Advice for Labour on languages

December 16th, 2014 by

Last week the Languages Alliance, a grouping of organisations and individuals with an interest in language teaching, held a meeting at Portcullis House which Tristram Hunt MP, Shadow Secretary of State for Education, was due to attend. Because of unexpected business in the House, he was unfortunately unable to be present, but members of the group, including myself, representing Speak to the Future, presented a briefing note[1] to his Parliamentary Assistant.

Here, in my own words, are what I see as the 5 key pieces of advice for Labour on languages as it goes forward into the 2015 General Election:

  1. Take the credit for previous policy successes. The leadership shown by the previous Labour administration with its National Languages Strategy laid the groundwork for the Coalition’s introduction of compulsory language learning in primary schools. This would not have been possible without the vision, curriculum development and training and support networks put in place by Labour. Specialist Language Colleges were another policy success for Labour, and these schools commonly retain a commitment to high quality language teaching, despite the discontinuation of ear-marked funding. Labour also supported the development of new qualifications in languages whose discontinuation is widely regretted by language teachers.
  2. Don’t underestimate the risk of further decline. Michael Gove has achieved a ‘quick win’ in boosting uptake for languages with his E-Bacc policy, but all the signs are that the measure will be increasingly ignored by schools. Languages could be side lined in both primary and secondary schools if all schools are given the freedom to diverge from the national curriculum, because they are seen as hard to tackle by both pupils and school leaders. A future Labour government could find itself presiding once again over a disastrous fall in numbers taking languages.
  3. Make a commitment to languages for the forgotten 50%. Participation in language learning correlates strongly with social advantage and has become associated only with a highly academic curriculum. But in a globally interconnected world, all students, not just the 50% who will go to university, should have the opportunity to gain practical language skills and an understanding of the international context of their trade or profession. The Labour Party should recognise languages alongside STEM subjects as essential within the skills, knowledge and attributes to be successful in a modern competitive world. Language study should be integrated within Labour’s plans for the Tech Bac.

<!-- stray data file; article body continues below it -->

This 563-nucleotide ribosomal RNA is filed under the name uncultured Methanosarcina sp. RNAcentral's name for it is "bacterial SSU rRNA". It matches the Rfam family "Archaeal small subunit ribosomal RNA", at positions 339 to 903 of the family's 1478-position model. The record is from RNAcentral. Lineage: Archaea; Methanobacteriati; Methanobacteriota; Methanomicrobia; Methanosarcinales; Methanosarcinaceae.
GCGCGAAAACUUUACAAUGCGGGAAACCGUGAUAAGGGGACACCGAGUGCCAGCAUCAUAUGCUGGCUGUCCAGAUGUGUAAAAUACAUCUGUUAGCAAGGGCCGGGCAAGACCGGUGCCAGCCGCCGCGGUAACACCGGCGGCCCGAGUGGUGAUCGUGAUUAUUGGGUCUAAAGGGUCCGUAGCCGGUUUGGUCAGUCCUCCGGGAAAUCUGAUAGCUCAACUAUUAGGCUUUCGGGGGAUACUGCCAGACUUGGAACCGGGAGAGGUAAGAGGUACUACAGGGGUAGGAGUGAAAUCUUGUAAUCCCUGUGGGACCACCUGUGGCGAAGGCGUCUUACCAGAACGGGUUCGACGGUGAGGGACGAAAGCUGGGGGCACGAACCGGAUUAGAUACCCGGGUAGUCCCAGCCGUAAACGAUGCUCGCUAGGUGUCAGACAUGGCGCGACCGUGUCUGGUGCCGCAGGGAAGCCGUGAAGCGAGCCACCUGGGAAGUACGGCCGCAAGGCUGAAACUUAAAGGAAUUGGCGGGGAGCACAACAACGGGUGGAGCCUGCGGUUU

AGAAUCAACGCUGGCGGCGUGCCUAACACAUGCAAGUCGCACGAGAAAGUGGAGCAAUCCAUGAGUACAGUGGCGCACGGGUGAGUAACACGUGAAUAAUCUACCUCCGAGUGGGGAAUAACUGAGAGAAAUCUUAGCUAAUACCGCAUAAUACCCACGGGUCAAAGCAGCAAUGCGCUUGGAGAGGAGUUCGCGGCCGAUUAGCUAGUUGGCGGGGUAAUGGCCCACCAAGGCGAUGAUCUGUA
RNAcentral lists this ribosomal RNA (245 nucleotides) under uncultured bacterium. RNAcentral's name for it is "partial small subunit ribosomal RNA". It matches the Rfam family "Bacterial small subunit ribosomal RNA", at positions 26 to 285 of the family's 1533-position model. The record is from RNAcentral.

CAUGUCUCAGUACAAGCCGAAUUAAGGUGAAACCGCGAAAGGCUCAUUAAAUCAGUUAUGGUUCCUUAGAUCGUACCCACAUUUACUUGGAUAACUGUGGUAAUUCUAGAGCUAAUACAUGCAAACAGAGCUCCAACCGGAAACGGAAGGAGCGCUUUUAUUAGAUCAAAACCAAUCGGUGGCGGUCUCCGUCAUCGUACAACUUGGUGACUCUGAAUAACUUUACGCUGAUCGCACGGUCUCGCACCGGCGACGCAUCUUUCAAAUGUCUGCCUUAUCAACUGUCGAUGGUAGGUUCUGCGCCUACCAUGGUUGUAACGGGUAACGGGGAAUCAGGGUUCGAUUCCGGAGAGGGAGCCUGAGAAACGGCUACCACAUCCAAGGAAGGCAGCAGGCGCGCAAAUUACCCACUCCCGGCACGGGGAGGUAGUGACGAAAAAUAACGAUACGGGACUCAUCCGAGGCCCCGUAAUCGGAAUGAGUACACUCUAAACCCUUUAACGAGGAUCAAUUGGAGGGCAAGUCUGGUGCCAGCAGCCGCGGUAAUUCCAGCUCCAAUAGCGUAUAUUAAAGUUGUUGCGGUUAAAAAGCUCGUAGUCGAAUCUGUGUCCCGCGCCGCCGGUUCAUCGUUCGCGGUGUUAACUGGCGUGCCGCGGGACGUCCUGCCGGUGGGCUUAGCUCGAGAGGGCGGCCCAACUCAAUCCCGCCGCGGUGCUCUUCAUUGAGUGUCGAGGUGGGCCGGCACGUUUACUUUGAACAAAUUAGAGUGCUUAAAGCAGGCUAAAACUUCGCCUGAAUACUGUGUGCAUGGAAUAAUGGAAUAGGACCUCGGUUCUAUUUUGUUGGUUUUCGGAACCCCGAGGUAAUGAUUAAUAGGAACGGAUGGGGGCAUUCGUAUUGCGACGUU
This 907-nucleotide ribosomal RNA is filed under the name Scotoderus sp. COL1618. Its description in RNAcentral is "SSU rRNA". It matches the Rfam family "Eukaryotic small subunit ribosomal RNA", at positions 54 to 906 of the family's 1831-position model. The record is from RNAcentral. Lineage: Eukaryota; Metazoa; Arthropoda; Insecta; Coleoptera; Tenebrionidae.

4. Support long-term improvements through continuity and consensus. Languages require a long-term commitment to learn, and neither teachers nor learners benefit from short term changes to policy. Training teachers to provide effective language teaching in primary schools across the country, supporting secondary schools to be able to build on this, developing appropriate and reliable accreditation which encourages learners to go further, all take time deliver results. Business and educational leaders alike want to see a consensus across political parties on improving the UK’s record in language learning, and an understanding of the scale of the task, not short term political point-scoring. This is advice for all parties, not just Labour.
  5. Recognise all languages as equally valuable. As an English-speaking nation, we need – and already embrace – a multiplicity of other languages.  Every additional language provides intellectual, cultural and economic benefits to those who learn it. Language learning needs advocacy from politicians and we would like to hear you speak up for all languages not just those traditionally taught in schools, or those regarded as economically useful.


[1] Many thanks to Steven Fawkes, Hilary Foottit and Terry Lamb for organising the meeting and drafting the briefing note

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